It’s unnerving what a crisis of confidence can do to a writer, especially someone in the same position as I am, ie, a writer just starting out on their literary path. Yesterday was particularly bad for me in this regard – I kept seeing writers of some standing lauding and promoting their latest acceptances in some year’s best anthology due to be published later this year. I had woken up in a foul mood, for a reason that’s completely unfathomable, and I guess seeing these statuses only succeeded in plunging me deeper into the funk. BUT, before going any further, I will state that a) I am truly thrilled that these guys are getting their material out there and being recognised for what they create, and offer my heartiest congratulations to one and all: and b) I’ve come to suspect that my unwanted reaction goes beyond just the superficial varnish of wannabe jealousy that it initially appears to be.
Let me put this all into perspective – two weeks ago, my wife, Liz, underwent a major operation (full abdominal hysterectomy) which she should have had at least a year ago, but kept putting off due to work commitments. Finally, about a month ago, she was told very firmly that she HAD to have the operation, as her condition would only get worse over time and could lead to problems in the future. So, a date was set, her employers were informed and everything seemed okay. The first blushings of relief could be seen on the horizon.
Then, the day before Liz was due to go in to hospital, her departmental director told her, out of the blue and against all predictions (and not a few promises), that her contract would not be renewed. Let’s just say I was not best pleased (translation: I wanted to go there in person and slug the f****er). It was a) the sheer level of deceit inherent in the whole enterprise: regularly promising her a permanent job and then just snatching it all away at the last moment, without even a whisper of an apology: and b) the timing of the announcement. Insensitivity doesn’t even begin to adequately describe what he did.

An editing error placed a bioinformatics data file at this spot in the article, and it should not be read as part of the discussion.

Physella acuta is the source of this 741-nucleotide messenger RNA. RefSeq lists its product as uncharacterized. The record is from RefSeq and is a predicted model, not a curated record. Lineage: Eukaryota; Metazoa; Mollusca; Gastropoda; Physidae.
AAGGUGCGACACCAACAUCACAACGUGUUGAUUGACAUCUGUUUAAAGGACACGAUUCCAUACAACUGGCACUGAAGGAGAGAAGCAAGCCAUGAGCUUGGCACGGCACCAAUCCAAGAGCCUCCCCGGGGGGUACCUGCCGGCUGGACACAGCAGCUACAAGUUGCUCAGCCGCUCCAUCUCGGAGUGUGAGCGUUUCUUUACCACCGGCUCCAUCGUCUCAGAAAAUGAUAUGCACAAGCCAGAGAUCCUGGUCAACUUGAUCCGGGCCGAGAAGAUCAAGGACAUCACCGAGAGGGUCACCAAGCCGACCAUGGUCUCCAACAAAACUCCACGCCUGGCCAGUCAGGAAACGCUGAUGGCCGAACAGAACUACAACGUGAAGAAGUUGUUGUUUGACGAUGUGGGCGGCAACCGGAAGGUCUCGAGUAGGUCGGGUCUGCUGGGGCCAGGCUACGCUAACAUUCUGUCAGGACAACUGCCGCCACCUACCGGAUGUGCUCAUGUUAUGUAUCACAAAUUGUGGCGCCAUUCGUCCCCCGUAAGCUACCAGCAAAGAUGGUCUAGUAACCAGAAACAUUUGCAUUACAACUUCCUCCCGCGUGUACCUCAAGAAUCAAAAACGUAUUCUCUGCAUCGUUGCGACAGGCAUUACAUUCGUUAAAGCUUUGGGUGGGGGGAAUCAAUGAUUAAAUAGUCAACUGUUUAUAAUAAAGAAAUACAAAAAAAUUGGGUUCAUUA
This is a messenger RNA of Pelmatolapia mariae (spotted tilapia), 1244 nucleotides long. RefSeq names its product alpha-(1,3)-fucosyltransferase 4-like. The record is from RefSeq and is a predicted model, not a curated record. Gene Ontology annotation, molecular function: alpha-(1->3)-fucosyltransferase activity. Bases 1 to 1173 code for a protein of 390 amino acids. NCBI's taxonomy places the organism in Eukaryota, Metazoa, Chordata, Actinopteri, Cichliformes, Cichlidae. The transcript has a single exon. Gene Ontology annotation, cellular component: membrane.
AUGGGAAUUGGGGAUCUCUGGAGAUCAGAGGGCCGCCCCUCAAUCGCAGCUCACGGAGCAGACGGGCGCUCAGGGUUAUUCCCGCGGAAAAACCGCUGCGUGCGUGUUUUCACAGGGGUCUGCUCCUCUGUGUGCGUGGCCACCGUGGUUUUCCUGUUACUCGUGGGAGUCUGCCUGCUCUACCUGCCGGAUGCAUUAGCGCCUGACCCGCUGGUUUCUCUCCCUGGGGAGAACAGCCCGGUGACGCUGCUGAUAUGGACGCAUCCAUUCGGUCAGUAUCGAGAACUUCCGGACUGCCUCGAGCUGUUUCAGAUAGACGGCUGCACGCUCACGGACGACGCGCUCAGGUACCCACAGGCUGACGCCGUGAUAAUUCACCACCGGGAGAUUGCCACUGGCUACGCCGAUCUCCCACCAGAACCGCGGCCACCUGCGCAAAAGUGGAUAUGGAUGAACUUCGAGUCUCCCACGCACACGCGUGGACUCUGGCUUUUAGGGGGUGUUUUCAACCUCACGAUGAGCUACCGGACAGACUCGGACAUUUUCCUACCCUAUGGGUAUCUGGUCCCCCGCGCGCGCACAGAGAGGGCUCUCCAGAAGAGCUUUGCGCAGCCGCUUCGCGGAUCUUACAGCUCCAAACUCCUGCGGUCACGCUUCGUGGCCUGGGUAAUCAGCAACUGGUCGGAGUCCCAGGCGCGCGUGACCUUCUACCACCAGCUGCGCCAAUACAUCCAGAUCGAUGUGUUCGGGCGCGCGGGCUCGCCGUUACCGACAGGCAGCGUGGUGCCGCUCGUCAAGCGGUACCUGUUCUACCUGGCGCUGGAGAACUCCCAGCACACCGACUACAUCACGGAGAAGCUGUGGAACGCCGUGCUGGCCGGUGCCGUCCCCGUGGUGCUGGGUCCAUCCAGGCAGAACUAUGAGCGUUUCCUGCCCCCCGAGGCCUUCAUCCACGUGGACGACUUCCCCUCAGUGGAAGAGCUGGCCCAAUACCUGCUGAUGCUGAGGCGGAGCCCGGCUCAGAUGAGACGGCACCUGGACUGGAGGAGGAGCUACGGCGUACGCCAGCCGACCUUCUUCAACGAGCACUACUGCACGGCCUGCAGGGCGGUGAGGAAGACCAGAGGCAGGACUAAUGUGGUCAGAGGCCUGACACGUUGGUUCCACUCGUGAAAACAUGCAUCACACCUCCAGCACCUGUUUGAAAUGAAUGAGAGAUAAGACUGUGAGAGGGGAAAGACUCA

Then there was the operation itself: despite all the advances in medical practise and surgery, there’s never a guarantee that something untoward won’t happen while someone’s under anaesthetic. As it turned out, Liz came through it fine, but we were informed later that the operation itself was far more complicated than first envisaged. I won’t go into details, but suffice it to say that a procedure that normally takes an hour ended up taking two hours. Fortunately, Liz is a sturdy woman, and she came home after four days and has continued to recuperate remarkably well under my care and attention.
People, including myself, tend to forget, however, that it’s not only the patient who needs to recover: it’s also those closest to them as well. It was only a week after the operation that I realised the sheer amount of pressure that had built up in me in the months (year?) prior to it. It also appears I am a bit of a natural worrier (inheriting it, in quite some measure, from my mother – she was an acknowledged expert in worrying) and that subconsciously it had been silently building up steam. Certainly with the initial realisation, things appeared to become much easier to cope with and there was a lightness in my step that had been missing for some time. The pressure was off – I could get on with things. Yesterday, however, showed me that there are some residual issues that still need working out.